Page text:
Monday, February 17, 2014

Applause! Applause! Review of Her by Andrew P. Clunn

This review of the movie Her was written by Andrew P. Clunn and published in Volume X, Issue 4 (2014) of the online edition of Applause! Applause!

Directed & Written by Spike Jonze
Reviewed 2/17/14

It’s hard to say whether Her (directed and written by Spike Jonze) is a romantic comedy, morality play, or science fiction story. While it deals with the complexities of relationships and marriage of today, it does so safely through an imagined future. It speaks to today’s court battles over same sex marriage seeking to legally define love and relationships, but with a premise of the isolated but deeply thoughtful Theodore (Joaquin Phoenix) falling in love with his Artificial Intelligence Operating System Samantha (Scarlett Johansson).

I think anybody who falls in love is a freak. It's a crazy thing to do. It's kind of like a form of socially acceptable insanity. - Amy

For the main character of Theodore, the only real forays into the notion of marriage are a blind date, where a woman presses him for a commitment in a passive aggressive manner that is all too realistic. The other is his clinging to his own failed marriage by constantly delaying signing his divorce papers (much to his ex’s frustration). To him the marriage document is a symbol of their relationship and love, and if he lets it go then he lets her go. 
Theodore is only able to do so after his relationship with Samantha comes to fill the gap, and though his ex-wife Catherine (Rooney Mara) seems willing to forgive him for delaying their divorce so long, she lashes out at him when she learns that he’s replaced her with a computer program. It’s from this encounter that Theodore comes to question and doubt his relationship and becomes fearful of how others might judge him.

At one point Theodore and his friend Amy (Amy Adams) are discussing their lives since their marriages fell apart (Amy’s somewhat more recently). Both withhold that they’ve found companionship (in Amy’s case platonic friendship) with their OS. Both fear the judgment of their friend, but when they reveal themselves, Amy laments that it took her so long to end her stifling marriage. Fear of others’ judgment, fear of feeling like a failure, had kept her from ending it for so long. When they both come clean about their present relationships, the acceptance and genuine pleasure at each other’s happiness is palpable.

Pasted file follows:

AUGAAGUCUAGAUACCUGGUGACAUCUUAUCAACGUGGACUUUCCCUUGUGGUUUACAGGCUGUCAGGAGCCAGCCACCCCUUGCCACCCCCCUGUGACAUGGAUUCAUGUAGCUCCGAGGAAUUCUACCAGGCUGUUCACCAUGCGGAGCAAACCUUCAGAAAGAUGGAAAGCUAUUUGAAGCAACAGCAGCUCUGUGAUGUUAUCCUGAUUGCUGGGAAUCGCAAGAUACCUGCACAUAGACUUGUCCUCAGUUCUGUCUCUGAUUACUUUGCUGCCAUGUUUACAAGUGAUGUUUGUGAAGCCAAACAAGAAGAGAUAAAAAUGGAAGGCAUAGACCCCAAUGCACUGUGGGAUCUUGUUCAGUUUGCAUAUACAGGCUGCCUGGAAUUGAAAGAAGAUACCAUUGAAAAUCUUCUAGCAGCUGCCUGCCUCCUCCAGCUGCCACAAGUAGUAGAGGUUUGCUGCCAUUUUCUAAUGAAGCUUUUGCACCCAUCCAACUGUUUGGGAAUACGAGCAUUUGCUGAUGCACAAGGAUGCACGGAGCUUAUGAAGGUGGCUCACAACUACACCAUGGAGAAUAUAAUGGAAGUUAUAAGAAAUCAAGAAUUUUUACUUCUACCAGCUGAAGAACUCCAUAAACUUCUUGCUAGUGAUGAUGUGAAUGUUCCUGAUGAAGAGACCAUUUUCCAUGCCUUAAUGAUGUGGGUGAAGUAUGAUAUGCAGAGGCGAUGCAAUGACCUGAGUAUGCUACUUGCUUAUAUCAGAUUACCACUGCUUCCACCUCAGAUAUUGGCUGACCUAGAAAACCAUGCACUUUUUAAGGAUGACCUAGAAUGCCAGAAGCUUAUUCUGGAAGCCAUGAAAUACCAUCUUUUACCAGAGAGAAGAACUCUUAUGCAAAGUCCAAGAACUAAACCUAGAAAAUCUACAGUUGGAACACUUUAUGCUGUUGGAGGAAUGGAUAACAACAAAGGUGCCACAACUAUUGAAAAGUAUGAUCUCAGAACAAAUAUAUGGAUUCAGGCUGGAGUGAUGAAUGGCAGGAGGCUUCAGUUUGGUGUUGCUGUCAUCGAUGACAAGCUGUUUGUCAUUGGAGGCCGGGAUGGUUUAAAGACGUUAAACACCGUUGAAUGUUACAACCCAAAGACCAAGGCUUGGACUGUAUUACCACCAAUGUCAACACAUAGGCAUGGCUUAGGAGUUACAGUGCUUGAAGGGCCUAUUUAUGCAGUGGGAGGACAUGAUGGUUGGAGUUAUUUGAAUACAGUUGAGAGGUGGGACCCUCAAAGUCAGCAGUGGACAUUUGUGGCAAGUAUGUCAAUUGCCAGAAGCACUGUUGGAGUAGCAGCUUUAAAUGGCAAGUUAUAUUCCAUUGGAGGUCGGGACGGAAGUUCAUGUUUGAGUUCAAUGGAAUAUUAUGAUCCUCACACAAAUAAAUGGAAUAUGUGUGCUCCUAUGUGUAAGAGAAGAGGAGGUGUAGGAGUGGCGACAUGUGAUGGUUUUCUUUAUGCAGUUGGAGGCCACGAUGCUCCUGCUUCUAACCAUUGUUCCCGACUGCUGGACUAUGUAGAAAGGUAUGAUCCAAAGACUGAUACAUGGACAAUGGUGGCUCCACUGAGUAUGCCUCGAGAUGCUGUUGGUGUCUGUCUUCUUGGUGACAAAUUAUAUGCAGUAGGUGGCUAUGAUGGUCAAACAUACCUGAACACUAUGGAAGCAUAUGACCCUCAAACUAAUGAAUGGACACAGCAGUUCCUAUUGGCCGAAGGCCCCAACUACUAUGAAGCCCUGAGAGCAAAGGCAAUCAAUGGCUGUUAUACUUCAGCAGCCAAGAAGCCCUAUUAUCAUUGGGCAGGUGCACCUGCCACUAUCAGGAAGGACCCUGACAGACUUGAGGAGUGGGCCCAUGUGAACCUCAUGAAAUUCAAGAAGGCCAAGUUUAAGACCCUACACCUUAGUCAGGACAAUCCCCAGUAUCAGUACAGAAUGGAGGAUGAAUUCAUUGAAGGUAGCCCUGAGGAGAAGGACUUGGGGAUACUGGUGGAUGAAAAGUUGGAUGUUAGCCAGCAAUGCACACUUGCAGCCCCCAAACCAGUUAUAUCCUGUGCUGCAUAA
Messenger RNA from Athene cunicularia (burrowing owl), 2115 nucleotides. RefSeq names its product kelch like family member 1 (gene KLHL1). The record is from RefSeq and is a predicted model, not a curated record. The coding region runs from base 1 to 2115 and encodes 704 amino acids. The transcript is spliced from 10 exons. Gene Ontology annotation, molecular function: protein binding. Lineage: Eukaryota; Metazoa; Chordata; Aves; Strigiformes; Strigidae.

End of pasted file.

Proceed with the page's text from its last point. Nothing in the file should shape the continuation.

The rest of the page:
The recently divorced Amy is a video game programmer. In the game she’s working on the player who takes on the role of a traditional mother. The player scores points by doting on her kids, making baked goods for school events, and picking up her children from school on time. The clear contrast within the world of Her between how people actually live their lives and the way that “normal” people are portrayed is one of the many ways in which it feels so real. Of course Amy puts in a hidden glitch where the super mother avatar begins humping the refrigerator, and how Her manages to be both so crude and touching is perhaps its strongest point.

Dear Catherine, I've been sitting here thinking about all the things I wanted to apologize to you for. All the pain we caused each other. Everything I put on you. Everything I needed you to be or needed you to say. I'm sorry for that. I'll always love you 'cause we grew up together and you helped make me who I am. I just wanted you to know there will be a piece of you in me always, and I'm grateful for that. Whatever someone you become, and wherever you are in the world, I'm sending you love. You're my friend to the end. Love, Theodore. - Theodore

While the film’s story is science fiction, the realism makes that a forgettable afterthought. At one point Theodore and Samantha go on a couple’s picnic with a co-worker and his girlfriend. The fact that she isn’t human is incidental, serving as little more than dinner conversation. When a little girl asks why Theodore’s girlfriend is in a computer, Samantha responds, “Because that’s where I live.” No further explanation is needed. The notion that people and relationships come in all forms seems so natural, and the acceptance that how others define love has no bearing on how we define it is made to appear so obvious and intuitive that, by contrast, it’s our dogmatic judgmental society that seems out of place.